You can also combine multiple scripts, test data, and control flow elements into a playlist. This allows you to create end to end tests by stitching several test scripts together, and enables you to supply your scripts with multiple sets of test data. For example, a standard pattern would be to import a selection of test data for each of your test scripts, then, for each script, loop through your test data, testing each data set in turn. This effectively parameterises the data in your tests, and moreover does so without modifying the underlying scripts. This means that you can freely change either your test data or your process flow – which is to say, your test scripts – individually, without needing to modify the other. Playlists can also be used for collaboration. For example, you might ask your nontechnical users to record the actions they normally take in their browser (which is possible since TestDrive is completely codeless) but leave it to your dedicated testers to assemble those recordings into playlists. In addition, any changes to your test scripts will automatically carry over to your playlists, making them relatively resilient.
Playlists can be executed just as a test script would be, and after execution is finished TestDrive will provide you with run results. These compare each page of your application after each action in your playlist to a predefined ‘baseline’, the expected state of the page, which is automatically generated (and may later be regenerated) based on your current application. If there is a discrepancy, the test will fail. In this case, you can decide that the discrepancy is the result of an intentional change and update your baseline accordingly, thus allowing the test to pass. Notably, these discrepancies will never occur due to something as simple as a change to the UI. Alterations to, for example, where a particular item is on the page are dealt with intelligently and automatically, without interrupting the testing flow. This can be seen in Figure 3, where, despite the dramatically different appearances of the actual and expected screens, the test has passed. The run results also display several performance metrics for each screen, such as response time, and thereby provide a measure of performance testing as well.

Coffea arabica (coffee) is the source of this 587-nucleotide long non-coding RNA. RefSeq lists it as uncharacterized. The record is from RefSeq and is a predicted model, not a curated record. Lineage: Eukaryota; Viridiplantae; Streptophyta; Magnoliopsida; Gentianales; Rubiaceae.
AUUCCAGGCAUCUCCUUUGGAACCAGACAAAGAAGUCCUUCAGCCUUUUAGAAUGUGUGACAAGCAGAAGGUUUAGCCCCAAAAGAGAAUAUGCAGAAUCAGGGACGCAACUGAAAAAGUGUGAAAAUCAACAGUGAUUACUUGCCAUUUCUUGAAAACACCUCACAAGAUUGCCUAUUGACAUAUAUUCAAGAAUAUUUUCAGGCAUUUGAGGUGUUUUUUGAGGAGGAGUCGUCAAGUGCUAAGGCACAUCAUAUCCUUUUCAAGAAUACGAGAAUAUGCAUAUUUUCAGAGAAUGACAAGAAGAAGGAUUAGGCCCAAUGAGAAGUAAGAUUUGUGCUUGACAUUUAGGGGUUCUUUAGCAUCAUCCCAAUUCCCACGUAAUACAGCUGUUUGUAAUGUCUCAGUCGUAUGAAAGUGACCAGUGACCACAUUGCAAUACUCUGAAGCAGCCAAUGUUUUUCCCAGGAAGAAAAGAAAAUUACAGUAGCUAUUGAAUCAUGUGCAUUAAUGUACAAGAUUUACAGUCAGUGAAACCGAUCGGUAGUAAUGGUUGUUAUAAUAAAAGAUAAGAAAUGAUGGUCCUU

The most important selling point for TestDrive is that it allows you to create highly resilient, automated tests without writing code. Resilience is particularly important here: change will happen, and your tests will need to deal with it. More to the point, maintenance of tests in response to change is often expensive, so it makes sense to make it a priority. This is exactly what TestDrive does, both by enabling your individual test scripts to adapt to your UI and find elements on it intelligently, and by assembling your end to end tests from existing test scripts and test data. The former lets you modify the look and feel of your application without worrying about breaking your tests, while the latter allows you to focus on updating your testing assets individually rather than as a whole. This is all supported by full impact analysis functionality, providing you with the means to quickly evaluate what has changed when something goes wrong. This can be essential for quickly diagnosing and fixing the problem, either with your tests or with your underlying system.
The Bottom Line
TestDrive enables you to build automated tests easily and without code. Moreover, it significantly reduces the difficulty of maintaining those tests. If maintenance is one of your primary concerns (and there’s every reason it should be), it is certainly worth a look.